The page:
17. But when the German Guard surrounded the theatre with drawn swords, the spectators all feared for their lives, and at the entrance of any one, whoever he might be, they began to tremble as though at that very instant they felt the blade at their throats. They were in great doubt what to do, Dot daring to go out and yet believing it very dangerous to remain longer in the theatre. So when the Germans finally broke into the place, the air was filled with their cries. They begged the soldiers for their lives, protesting that they were ignorant of all that had transpired, that they knew nothing of the plans that had been laid for starting an insurrection, if indeed there was an insurrection, that they were ignorant of all that had happened. The soldiers should, therefore, spare them, nor inflict the penalty of other people's crimes on those who were free from all guilt. They should allow inquiry to be made as to who had done the deed, whatever that deed might be. This and much more to the same effect the crowd uttered, crying out and beating their breasts, weeping slid calling on the gods as their imminent danger urged. They spoke as one does who is engaged in a last struggle for life. On hearing these outcries the fury of the soldiers was appeased and they repented of what they had in mind to do to the spectators; for it was a ghastly sight, and so seemed even to them in their wild rage, when the heads of Asprenas and those who had perished with him were placed on the altar. . . .

18. There was a certain man called Arruntius, a crier of goods and therefore of loud, sonorous voice, who in his wealth equalled the richest of the Romans, and who in whatever he wished had very great influence in the city both at. that time and afterwards. This mall having composed his countenance to grief as much as he was able (for, though he was the most hostile of all toward Gaius, he hid his feelings in order to do what fear and cunning suggested as necessary to his safety), assumed the garments of mourning as is customary on the death of a beloved friend, and proceeded to the theatre. Here be announced the death of Gaius, not suffering the crowd to remain longer in ignorance of what had happened. Then Arruntius made the round of the arena, addressing the. soldiers, while their tribunes who were accompanying him ordered them to sheathe their swords and confirmed the news of Gaius' death. This rescued from danger those who were assembled there in the theatre as well as all who had by any chance fallen into the hands of the Germans. For while they still cherished the hope that Gaius might yet be alive, no violence was too great for them to commit. So great ,as their devotion to him that they would have been content even to give up their lives if only they might have protected him from plots and treachery and shielded him from so grave a calamity. When they had been convinced, however, of Gaius' death, they immediately stilled their wild outbreak, not only because their devotion and eagerness were no longer of any profit to them since he was now dead who would have rewarded them, but also because they feared that if they continued to do injury to those about them they would fall under the censure of the Senate in case the administration of affairs fell to that body. And so at length, though with difficulty, was the madness that had fallen upon the Germans at the news of Gaius' murder brought to an end.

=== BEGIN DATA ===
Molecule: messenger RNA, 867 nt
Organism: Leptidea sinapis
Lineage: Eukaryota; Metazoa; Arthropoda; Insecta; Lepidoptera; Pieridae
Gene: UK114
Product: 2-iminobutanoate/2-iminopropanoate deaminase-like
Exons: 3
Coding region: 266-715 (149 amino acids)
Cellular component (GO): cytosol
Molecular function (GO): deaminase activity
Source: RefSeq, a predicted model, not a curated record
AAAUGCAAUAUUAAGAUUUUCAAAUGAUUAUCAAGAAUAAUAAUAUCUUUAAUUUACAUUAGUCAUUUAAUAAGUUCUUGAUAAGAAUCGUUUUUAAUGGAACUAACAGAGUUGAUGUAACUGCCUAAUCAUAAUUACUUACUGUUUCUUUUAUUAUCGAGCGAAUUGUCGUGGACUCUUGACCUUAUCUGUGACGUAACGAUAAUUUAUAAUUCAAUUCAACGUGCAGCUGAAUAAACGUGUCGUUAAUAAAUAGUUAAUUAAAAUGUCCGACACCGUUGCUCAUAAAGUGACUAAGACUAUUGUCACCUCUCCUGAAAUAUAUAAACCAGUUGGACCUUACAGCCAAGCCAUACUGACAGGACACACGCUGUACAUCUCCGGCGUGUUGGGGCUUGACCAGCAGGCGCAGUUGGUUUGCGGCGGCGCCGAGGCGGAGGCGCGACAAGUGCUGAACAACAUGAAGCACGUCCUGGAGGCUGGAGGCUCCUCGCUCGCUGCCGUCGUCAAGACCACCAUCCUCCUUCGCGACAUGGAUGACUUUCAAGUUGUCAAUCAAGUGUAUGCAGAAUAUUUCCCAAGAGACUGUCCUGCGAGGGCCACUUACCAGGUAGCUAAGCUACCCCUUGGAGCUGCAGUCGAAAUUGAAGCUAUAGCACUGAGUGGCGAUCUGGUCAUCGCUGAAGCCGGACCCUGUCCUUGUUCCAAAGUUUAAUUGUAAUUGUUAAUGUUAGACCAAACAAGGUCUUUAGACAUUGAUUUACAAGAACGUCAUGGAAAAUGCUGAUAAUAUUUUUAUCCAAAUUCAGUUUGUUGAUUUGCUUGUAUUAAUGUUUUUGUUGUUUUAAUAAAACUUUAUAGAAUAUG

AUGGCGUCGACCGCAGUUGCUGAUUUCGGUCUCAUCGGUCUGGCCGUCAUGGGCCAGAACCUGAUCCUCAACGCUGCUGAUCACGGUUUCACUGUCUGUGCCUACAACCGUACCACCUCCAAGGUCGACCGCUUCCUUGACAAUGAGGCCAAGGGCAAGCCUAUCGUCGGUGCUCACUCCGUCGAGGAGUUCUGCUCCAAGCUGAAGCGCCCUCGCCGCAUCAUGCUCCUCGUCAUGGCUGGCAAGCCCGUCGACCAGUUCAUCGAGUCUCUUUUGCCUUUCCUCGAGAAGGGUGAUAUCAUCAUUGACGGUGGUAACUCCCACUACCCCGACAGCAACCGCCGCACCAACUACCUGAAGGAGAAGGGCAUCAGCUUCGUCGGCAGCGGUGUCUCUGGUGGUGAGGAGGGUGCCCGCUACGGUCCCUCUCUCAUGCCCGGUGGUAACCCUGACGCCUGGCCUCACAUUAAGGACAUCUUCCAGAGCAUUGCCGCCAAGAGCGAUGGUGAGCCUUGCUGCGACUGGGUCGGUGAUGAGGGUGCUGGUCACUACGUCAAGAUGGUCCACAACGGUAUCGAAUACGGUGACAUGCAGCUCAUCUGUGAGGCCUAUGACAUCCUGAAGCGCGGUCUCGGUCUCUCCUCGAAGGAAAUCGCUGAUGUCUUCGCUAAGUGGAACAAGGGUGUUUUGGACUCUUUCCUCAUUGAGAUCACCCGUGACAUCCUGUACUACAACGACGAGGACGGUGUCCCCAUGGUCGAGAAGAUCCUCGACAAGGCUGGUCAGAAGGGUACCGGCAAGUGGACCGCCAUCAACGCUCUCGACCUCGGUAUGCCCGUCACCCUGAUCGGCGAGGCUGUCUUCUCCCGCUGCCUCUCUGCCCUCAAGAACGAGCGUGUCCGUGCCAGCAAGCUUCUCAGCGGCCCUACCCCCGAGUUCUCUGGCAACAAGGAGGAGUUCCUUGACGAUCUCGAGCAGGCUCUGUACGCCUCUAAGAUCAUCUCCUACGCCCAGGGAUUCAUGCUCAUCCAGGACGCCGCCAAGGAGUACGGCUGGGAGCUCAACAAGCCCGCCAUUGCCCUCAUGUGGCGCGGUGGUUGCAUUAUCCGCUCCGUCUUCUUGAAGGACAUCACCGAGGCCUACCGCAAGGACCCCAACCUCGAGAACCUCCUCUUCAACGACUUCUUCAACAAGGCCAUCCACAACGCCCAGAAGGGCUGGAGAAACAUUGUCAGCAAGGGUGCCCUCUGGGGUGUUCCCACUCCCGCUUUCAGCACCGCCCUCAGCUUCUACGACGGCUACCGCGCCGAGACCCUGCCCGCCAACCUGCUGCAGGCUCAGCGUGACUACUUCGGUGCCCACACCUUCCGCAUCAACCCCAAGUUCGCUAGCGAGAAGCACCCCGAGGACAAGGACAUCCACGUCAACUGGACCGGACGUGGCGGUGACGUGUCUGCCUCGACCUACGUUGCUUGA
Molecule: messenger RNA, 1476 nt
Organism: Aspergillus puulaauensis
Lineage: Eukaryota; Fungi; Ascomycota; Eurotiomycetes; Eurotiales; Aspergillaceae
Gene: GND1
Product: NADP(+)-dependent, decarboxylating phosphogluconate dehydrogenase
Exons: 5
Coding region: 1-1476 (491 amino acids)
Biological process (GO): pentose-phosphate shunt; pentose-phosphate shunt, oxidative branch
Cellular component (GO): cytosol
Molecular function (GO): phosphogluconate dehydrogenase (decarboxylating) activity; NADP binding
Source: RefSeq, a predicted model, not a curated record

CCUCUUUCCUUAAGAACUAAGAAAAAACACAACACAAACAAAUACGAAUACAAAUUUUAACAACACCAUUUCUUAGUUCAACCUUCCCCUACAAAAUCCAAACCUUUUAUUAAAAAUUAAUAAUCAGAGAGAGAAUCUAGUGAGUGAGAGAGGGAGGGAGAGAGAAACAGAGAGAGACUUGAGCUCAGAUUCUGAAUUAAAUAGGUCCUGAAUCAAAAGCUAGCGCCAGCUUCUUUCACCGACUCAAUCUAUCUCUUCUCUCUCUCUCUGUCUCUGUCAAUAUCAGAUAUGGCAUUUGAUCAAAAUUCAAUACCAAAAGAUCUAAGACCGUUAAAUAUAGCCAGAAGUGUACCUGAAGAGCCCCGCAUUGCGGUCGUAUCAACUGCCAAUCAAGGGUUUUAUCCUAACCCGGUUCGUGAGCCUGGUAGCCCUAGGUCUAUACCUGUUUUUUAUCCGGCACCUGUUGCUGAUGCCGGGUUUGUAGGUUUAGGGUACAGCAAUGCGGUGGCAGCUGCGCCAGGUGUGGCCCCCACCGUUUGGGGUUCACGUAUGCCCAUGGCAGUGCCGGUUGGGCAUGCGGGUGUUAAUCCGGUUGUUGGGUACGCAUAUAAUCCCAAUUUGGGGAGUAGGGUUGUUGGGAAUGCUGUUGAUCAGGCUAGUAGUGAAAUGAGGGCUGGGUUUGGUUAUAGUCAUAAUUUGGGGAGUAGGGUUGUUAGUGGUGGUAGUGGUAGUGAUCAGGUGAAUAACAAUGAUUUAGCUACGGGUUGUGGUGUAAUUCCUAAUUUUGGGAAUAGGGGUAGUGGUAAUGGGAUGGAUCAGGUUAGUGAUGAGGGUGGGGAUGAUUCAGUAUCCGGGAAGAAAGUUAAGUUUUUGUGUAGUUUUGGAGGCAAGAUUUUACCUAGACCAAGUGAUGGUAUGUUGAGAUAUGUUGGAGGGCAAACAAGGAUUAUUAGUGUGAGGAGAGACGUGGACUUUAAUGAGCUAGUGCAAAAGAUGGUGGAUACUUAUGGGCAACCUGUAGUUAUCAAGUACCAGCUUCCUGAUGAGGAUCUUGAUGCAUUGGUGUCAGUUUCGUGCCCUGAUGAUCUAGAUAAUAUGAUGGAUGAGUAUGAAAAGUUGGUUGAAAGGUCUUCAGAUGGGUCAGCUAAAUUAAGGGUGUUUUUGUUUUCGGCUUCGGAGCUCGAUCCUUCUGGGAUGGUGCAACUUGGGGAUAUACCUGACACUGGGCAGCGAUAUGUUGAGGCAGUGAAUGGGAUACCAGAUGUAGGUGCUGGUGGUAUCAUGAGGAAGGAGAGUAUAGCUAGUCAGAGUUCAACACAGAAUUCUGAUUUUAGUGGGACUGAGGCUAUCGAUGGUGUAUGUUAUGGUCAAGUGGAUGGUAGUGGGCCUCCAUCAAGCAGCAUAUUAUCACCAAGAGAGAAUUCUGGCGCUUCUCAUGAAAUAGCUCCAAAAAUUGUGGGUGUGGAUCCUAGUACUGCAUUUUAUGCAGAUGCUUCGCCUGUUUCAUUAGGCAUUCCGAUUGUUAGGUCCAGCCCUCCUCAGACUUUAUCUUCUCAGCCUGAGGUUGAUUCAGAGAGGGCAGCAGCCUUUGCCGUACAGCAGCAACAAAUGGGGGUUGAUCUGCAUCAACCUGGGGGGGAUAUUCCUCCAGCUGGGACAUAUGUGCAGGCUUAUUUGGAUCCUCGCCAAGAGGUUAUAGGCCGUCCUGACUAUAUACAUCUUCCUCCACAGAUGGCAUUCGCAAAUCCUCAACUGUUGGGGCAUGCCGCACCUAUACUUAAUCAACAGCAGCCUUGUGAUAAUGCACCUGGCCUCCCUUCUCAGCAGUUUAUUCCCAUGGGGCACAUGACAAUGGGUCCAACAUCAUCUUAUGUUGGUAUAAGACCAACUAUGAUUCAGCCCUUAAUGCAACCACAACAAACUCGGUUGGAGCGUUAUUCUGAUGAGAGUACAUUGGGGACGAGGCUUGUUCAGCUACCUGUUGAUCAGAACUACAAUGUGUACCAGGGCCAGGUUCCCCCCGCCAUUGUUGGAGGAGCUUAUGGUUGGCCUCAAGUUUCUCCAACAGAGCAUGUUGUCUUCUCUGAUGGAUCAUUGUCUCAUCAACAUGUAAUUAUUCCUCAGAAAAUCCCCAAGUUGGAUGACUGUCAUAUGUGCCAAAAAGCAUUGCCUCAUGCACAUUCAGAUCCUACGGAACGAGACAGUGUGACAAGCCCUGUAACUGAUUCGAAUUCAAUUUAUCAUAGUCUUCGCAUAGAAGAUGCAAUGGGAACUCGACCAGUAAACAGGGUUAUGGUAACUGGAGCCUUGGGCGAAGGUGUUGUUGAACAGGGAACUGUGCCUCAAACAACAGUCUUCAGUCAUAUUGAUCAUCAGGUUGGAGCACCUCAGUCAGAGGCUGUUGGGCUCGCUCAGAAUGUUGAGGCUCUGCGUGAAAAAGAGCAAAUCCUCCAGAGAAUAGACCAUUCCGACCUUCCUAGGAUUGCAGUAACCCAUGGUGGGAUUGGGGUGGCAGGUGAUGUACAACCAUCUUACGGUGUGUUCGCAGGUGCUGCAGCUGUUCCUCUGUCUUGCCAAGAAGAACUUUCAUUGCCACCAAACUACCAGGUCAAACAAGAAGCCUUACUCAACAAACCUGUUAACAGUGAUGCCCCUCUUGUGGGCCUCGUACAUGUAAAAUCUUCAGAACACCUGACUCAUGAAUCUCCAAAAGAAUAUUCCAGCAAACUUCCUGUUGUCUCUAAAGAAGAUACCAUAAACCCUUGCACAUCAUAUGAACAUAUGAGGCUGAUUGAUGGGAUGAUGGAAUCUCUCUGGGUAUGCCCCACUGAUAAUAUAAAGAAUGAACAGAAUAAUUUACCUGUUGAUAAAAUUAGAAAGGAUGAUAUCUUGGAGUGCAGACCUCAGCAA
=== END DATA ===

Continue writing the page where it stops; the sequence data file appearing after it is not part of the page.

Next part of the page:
1. Germans were being recruited as personal guards of Emperors as early as the reign of Augustus. This offset the influence of the Praetorian Guard. As years passed the number of Germans in the Roman Army increased until they dominated it by the fifth century A.D.